Sandoval’s drawings and paintings map overlapping minority masculinities, their figures’ faces blank, the features deracinated except for that lush mustache. The detail is in the clothing, such as the leopard-print shirt in Las Locas, 1980, or the popped-collar polo in the late-’70s Haberdasher and Hill Furs, advertising a men’s store in Long Beach. Sandoval seems interested less in individuals than in the construction of a cultural space from available signifiers. His figures are cinched with a pose, an attitude of gay desire. His graphic style was also employed by the younger Terrill in such works as Dormido, 1975, a screen print depicting a black-mustached man embracing a blond-mustached one. Their shared aesthetic made legible an experience outside the interdictions of gay racism and Chicano machismo.

The cholo/clone was the protagonist of Sandoval’s Butch Gardens School of Art, a late-’70s male mail-art project named after a Latin gay bar on Sunset Boulevard in Silver Lake. His postcards depict the figure in bandanna and tank in front of a background of floating tacos, or bare-assed, balls dangling, in work boots and tube socks, B.G. tattooed across his left cheek. Richard T. Rodriguez describes the actual Butch Gardens as a place where “mostly gay and lesbian cholos and cholas congregated,” including such artists as Jack Vargas and Gronk (Glugio Nicandro). “It was very strategic that they called it the ‘school of art,’” Los Angeles County Museum of Art curator Rita Gonzalez told me. “It was a way of claiming a status because they were each other’s school, each other’s teachers, because where was the queer pedagogy in art schools at that time? Nonexistent.”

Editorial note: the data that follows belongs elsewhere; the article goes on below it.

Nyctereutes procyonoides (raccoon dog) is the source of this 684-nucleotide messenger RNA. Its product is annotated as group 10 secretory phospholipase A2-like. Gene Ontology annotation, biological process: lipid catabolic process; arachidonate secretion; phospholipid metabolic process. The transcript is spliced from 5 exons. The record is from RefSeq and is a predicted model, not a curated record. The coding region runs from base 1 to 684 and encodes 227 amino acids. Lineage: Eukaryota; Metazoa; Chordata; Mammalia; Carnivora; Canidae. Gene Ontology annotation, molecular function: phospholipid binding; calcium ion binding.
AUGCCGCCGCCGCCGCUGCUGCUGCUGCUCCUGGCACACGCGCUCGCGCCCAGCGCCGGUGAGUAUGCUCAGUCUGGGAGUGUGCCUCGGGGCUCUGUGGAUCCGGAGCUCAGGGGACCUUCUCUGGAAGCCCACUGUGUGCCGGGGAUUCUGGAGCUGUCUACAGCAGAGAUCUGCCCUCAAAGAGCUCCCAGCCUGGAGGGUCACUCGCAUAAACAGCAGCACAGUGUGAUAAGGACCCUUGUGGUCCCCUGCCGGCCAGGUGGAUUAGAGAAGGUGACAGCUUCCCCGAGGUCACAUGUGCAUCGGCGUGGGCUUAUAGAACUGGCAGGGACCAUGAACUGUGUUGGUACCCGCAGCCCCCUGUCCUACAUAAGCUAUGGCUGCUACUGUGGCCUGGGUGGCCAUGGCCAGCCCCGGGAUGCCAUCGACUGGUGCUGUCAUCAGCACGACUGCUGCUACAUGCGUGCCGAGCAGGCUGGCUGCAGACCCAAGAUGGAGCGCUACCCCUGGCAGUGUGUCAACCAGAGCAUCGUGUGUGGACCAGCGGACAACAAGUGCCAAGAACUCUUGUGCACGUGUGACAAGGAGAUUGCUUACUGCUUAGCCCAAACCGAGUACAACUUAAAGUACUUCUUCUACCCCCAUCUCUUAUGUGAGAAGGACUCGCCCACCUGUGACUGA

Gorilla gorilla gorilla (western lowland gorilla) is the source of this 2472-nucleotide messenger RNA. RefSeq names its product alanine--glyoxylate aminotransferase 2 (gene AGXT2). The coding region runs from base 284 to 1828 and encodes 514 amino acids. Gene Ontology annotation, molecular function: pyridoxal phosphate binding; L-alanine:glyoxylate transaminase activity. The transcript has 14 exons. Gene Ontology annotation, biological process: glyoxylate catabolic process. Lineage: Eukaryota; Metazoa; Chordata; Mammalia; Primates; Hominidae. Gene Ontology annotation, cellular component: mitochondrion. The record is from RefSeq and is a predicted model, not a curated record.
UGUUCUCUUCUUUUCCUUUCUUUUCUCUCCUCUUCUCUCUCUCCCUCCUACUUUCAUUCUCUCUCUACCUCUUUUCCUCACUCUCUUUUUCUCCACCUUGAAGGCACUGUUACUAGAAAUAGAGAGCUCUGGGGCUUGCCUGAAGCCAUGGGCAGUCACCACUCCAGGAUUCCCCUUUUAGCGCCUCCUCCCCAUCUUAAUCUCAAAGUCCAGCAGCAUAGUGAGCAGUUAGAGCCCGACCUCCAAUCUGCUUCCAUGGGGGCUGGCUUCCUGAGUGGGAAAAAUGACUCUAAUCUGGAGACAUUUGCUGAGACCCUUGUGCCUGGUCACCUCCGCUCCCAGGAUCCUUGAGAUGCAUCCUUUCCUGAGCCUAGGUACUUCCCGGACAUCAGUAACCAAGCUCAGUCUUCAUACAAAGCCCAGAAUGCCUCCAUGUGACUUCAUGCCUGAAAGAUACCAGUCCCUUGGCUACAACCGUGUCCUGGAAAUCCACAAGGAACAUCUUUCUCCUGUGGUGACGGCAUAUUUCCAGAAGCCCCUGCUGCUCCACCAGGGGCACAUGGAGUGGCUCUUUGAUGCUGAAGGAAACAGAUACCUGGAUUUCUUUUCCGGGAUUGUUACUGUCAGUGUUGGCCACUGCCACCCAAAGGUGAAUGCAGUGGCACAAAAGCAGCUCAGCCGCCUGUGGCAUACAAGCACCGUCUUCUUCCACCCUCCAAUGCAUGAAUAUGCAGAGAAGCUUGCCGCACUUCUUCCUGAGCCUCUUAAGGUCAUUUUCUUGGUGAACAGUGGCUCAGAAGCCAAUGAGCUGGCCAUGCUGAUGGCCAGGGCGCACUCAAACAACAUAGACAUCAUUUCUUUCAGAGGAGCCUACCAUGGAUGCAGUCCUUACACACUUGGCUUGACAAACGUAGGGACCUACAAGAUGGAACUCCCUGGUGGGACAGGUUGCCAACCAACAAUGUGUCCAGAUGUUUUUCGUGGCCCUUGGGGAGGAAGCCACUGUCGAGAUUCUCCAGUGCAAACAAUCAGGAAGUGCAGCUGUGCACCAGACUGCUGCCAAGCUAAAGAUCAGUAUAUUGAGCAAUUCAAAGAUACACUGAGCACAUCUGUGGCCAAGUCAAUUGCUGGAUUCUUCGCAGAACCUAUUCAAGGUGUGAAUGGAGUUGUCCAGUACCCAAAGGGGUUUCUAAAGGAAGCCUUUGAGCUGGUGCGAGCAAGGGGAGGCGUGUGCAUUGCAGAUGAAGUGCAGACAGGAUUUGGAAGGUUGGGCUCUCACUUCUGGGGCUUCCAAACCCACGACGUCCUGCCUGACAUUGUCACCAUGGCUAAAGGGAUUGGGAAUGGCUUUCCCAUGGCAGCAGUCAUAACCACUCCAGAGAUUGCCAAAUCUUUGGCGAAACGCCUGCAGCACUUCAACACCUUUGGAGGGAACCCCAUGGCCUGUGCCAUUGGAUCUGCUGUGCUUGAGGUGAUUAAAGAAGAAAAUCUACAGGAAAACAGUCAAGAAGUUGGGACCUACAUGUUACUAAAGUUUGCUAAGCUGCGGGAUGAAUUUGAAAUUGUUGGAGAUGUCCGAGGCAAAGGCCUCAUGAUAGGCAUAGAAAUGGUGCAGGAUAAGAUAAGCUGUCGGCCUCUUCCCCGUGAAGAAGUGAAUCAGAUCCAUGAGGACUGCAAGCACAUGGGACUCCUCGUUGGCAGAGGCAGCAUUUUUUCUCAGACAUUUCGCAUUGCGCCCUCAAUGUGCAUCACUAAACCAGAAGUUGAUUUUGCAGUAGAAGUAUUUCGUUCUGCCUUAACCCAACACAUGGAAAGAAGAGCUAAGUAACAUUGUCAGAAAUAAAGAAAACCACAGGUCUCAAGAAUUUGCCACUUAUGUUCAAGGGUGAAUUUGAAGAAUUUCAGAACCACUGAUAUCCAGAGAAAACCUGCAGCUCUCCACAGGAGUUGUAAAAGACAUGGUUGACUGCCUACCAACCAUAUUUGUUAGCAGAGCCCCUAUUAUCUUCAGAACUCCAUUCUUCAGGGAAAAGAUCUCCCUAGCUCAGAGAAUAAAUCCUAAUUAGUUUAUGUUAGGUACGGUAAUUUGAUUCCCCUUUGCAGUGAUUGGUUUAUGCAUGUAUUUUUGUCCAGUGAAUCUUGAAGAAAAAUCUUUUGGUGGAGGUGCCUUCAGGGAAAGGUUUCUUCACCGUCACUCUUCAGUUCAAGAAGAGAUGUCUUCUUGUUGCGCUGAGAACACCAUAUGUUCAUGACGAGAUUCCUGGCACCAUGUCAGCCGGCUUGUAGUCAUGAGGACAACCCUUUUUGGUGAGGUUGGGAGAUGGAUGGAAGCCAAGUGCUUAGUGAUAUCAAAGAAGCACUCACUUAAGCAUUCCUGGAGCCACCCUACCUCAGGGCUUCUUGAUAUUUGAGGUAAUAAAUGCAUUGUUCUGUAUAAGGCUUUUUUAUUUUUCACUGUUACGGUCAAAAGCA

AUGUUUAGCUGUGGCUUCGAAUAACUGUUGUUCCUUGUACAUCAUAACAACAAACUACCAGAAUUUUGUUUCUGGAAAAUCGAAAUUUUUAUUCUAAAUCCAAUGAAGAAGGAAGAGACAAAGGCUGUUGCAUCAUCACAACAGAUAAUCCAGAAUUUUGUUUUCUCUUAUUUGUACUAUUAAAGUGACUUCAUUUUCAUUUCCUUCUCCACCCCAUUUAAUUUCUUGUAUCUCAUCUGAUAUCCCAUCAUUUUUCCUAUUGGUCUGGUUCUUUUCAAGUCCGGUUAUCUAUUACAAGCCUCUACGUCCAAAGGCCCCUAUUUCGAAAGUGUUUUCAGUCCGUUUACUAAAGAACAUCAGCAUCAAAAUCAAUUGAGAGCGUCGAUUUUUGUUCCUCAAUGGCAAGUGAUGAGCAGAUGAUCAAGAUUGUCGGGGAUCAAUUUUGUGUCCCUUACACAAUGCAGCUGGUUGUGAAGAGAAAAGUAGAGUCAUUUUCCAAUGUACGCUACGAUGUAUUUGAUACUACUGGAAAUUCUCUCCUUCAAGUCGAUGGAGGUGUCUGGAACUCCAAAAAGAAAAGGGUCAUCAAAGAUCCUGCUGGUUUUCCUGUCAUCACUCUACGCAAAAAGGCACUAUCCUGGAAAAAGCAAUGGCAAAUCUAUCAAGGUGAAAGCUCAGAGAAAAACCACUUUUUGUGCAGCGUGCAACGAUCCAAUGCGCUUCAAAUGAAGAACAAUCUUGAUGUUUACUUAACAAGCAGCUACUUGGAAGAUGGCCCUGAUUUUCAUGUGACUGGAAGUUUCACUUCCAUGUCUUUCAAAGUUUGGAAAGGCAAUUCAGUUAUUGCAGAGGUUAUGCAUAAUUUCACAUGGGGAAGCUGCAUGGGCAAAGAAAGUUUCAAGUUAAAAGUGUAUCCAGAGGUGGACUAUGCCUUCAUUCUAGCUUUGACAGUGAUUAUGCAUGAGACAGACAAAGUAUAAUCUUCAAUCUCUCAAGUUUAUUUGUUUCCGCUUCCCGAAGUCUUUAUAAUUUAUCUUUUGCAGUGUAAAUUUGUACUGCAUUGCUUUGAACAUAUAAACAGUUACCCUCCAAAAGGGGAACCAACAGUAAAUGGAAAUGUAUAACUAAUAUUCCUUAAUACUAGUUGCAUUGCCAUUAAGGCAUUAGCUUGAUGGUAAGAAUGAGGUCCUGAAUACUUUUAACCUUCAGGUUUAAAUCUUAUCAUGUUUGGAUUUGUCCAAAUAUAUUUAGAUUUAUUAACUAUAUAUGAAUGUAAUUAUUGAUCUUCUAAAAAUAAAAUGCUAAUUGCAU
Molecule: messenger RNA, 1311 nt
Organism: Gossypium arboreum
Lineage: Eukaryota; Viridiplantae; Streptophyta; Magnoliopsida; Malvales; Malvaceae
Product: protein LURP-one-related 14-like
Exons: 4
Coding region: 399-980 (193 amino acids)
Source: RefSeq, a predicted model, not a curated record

Sandoval’s imaginary institution took out “ads” in Homeboy Beautiful, a self-published collaboration Terrill spearheaded in 1978. It’s a fotonovela that mimics the tabloids, featuring fictional scandals, advice columns, and classifieds. Issue one promises an “H.B. Exposé: Homo-Homeboys!”: OH MI HOMBRE YO LO QUIERO MUCHO! (Oh man, I want it so bad!) reads a thought bubble emerging from a photo of Terrill’s handsome profile. In the story “What Really Happens on Those Hot Summer Nights in Geraghty Loma!,” Terrill, in the guise of his alter ego, the journalist “Santo,” lampoons gay panic and internalized homophobia while breathlessly reporting on his infiltration of a private party in East LA: